Auckland University of Technology was contracted by the Ministry of Health to evaluate whether changes made to auditing processes have improved outcomes for people living in age residential care facilities. The evaluation was conducted from December 2015 to June 2016 and used a variety of data sources.
Over the last 6 years the Ministry of Health has made a significant number of improvements to the system for auditing and certifying regulated providers. Many of these improvements have been made in response to the Auditor-General’s 2009 performance report ‘Effectiveness of Arrangements to check the standard of services provided by rest homes’.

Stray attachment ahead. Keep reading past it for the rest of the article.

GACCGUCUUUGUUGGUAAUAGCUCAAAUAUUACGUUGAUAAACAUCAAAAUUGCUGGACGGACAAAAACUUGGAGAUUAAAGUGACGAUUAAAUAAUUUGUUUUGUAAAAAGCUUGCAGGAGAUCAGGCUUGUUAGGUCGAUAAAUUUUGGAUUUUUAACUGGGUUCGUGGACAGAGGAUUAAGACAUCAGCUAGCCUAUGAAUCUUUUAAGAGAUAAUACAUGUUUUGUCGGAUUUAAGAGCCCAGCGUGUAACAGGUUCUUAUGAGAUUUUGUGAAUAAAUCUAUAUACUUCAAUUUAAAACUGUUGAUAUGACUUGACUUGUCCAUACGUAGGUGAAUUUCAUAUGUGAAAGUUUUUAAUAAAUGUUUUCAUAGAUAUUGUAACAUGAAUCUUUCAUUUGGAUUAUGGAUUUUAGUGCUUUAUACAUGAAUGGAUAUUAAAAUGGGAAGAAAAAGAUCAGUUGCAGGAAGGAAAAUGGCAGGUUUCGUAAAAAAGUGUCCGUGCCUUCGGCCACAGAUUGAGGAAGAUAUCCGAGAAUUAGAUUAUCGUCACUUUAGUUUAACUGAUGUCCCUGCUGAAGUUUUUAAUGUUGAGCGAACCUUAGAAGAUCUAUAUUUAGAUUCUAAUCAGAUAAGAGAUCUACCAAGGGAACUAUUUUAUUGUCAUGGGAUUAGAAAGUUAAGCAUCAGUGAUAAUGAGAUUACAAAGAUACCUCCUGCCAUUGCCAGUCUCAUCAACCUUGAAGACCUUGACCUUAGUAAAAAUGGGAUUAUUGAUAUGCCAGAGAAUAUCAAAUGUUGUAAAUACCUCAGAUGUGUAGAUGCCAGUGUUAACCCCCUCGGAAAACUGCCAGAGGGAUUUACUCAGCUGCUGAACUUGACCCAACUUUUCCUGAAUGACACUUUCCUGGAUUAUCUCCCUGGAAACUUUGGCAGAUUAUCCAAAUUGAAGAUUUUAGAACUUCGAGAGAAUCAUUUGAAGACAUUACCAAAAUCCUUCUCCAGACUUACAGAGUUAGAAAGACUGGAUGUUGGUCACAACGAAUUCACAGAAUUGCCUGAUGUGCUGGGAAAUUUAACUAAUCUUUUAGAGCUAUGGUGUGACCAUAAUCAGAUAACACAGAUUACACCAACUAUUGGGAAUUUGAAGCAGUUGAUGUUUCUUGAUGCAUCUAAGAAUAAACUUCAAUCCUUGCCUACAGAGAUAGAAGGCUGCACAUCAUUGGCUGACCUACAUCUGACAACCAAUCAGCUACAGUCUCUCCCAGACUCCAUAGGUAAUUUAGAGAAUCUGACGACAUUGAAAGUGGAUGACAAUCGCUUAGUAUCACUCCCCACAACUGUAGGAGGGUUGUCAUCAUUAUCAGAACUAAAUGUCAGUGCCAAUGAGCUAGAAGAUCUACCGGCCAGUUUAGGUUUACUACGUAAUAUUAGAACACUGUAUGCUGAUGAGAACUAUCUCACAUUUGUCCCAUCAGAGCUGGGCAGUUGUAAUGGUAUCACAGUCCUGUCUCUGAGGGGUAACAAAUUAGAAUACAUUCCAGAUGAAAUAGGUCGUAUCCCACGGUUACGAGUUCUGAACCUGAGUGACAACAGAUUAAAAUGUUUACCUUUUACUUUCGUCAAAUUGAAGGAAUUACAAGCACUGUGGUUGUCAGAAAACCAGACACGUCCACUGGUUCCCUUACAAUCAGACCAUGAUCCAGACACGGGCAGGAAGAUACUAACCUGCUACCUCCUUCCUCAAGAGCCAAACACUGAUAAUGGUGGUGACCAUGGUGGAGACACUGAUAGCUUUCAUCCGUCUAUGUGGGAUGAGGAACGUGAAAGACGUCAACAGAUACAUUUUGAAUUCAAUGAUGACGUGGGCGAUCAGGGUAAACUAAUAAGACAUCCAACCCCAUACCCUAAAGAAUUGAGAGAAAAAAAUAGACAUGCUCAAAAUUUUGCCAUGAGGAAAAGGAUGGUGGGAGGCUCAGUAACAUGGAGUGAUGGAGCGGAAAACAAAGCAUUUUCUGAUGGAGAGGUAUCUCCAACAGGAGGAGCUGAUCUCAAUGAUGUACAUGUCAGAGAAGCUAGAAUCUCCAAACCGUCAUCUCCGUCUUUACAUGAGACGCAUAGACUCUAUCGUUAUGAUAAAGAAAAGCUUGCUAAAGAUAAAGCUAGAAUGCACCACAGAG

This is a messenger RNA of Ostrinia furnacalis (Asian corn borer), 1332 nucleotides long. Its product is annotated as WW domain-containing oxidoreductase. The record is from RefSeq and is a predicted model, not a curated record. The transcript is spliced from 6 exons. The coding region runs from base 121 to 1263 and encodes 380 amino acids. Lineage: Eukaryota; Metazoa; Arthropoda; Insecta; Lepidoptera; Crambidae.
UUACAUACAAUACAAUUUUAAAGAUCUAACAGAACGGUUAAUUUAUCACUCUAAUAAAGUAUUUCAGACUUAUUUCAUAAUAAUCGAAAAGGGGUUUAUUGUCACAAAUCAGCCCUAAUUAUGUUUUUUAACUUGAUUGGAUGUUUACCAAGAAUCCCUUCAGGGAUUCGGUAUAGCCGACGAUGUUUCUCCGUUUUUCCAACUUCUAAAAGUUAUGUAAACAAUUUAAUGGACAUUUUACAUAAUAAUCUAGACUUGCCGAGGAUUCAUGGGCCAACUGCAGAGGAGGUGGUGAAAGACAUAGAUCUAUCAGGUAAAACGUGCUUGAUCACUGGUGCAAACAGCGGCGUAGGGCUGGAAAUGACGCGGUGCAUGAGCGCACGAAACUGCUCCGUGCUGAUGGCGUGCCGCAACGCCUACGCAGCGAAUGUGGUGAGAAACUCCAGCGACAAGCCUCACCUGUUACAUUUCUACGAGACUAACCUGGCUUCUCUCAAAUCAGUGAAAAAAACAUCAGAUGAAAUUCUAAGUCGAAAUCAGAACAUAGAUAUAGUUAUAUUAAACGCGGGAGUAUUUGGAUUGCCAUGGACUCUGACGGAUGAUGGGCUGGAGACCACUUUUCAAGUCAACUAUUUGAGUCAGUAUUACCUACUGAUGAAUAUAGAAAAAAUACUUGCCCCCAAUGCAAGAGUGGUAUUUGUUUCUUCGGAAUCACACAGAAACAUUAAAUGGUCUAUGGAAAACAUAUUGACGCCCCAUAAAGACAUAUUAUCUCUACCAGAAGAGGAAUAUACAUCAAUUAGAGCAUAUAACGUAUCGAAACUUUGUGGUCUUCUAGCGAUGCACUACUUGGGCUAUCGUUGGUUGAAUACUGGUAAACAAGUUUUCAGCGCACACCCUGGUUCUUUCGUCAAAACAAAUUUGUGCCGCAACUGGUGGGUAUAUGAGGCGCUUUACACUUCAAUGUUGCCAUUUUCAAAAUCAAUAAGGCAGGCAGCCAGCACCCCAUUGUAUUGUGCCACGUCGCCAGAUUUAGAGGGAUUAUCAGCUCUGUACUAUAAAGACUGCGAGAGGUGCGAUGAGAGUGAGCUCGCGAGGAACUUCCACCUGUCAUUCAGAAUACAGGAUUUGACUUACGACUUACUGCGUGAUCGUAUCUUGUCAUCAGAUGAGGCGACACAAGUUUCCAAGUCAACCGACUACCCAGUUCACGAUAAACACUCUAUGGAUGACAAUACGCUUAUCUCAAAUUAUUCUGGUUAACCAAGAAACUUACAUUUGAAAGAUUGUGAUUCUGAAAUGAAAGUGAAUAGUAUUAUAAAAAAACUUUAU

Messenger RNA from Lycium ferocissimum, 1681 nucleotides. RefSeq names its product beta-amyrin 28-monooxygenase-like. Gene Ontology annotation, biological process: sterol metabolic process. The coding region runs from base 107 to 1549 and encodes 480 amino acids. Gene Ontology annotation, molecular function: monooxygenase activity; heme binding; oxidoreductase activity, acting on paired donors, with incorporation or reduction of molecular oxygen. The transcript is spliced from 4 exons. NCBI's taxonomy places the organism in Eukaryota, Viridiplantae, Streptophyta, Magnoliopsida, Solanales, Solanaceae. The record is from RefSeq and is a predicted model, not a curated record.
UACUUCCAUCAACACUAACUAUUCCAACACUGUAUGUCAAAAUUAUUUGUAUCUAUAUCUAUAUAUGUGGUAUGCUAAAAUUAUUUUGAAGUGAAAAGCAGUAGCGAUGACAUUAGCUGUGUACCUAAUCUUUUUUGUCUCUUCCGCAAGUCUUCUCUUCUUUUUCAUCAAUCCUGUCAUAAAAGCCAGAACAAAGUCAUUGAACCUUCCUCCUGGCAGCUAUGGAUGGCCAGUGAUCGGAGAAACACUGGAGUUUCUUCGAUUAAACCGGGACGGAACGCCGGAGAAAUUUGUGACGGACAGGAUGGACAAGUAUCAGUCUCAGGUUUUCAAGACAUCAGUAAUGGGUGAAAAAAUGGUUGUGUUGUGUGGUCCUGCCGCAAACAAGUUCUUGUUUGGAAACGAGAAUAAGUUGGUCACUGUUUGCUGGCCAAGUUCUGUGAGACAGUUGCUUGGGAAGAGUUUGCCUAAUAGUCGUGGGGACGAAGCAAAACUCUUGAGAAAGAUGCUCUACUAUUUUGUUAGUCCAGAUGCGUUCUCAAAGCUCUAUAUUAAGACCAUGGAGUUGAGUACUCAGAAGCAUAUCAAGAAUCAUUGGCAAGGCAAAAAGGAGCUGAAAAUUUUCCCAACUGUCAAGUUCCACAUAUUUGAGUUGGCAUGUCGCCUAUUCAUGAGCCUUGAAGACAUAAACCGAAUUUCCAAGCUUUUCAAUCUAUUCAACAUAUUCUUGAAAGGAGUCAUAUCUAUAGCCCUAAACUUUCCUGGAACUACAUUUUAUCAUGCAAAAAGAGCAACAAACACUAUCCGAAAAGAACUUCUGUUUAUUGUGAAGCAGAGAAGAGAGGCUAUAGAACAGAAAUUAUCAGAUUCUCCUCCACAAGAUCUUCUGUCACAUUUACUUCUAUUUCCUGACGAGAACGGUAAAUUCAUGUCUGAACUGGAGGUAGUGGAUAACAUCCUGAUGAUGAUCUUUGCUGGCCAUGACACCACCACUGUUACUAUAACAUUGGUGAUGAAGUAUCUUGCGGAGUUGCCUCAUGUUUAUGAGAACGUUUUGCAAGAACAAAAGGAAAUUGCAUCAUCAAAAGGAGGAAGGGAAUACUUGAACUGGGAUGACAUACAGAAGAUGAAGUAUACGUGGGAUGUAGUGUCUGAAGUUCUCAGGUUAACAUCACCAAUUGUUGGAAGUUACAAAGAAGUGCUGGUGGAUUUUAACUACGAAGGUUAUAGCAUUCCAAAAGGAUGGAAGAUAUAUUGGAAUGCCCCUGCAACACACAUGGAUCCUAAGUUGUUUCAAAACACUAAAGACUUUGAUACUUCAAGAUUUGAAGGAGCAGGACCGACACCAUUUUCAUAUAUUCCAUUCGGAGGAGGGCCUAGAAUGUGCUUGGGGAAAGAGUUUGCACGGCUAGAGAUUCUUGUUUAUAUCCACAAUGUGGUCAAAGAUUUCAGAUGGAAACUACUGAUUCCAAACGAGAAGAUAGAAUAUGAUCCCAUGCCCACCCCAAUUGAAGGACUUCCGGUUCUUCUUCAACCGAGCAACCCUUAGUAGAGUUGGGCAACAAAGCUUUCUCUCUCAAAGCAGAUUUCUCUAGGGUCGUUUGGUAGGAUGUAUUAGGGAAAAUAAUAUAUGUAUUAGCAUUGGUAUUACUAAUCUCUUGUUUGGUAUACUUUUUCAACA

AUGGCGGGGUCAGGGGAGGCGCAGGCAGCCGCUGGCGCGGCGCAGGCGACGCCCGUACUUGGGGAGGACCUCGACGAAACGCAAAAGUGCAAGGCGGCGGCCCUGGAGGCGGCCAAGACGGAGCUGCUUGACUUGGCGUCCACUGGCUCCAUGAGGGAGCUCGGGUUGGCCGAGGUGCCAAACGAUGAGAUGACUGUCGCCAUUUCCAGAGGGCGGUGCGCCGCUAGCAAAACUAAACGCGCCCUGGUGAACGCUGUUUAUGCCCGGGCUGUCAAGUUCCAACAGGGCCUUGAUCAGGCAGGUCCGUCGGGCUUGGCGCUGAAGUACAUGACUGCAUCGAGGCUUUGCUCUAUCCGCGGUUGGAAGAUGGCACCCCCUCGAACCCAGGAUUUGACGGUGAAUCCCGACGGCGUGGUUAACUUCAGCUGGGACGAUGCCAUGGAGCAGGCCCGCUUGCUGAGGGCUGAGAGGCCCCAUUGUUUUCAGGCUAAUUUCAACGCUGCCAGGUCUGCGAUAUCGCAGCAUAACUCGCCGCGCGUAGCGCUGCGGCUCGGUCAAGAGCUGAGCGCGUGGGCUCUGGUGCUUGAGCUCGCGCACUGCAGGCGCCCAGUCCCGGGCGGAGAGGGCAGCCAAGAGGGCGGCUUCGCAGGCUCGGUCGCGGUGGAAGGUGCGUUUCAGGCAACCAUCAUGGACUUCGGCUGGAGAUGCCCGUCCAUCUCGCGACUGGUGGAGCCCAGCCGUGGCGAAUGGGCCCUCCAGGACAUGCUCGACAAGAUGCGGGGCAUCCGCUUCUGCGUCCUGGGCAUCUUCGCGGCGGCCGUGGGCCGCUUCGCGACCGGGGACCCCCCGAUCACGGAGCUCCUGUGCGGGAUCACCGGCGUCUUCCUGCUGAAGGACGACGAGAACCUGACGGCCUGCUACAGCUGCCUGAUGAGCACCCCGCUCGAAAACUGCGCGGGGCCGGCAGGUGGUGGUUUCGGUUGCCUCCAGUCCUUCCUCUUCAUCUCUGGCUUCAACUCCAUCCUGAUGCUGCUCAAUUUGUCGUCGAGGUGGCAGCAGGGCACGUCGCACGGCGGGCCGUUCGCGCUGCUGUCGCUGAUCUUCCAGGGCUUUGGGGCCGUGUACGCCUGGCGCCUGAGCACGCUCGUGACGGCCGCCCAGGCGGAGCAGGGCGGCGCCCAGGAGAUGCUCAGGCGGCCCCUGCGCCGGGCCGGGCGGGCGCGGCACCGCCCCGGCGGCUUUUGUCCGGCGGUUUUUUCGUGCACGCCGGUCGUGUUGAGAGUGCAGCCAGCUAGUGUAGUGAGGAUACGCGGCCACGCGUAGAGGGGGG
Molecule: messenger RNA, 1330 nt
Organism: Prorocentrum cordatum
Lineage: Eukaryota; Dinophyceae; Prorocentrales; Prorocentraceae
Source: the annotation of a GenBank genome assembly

This evaluation identified the positive impact of the integrated audit at all levels of the age residential care sector. The findings from this evaluation demonstrate that providers are committed to providing safe and high quality care.
A longer certification period was held in high regard by facilities and was generally considered to represent an organisation’s commitment to quality and therefore improved outcomes for people living in age residential care.
Changes to the audit process, including the introduction of integrated audits, have led to improved communication between stakeholders. Greater gains were made for residents when auditors approached the process as a collaborative, quality-focused conversation, rather than a data-focused examination.
Audit data showed an increased number of ARC facilities being awarded a 4-year certification period between 2009 and 2015, along with low numbers of partial achievement scores.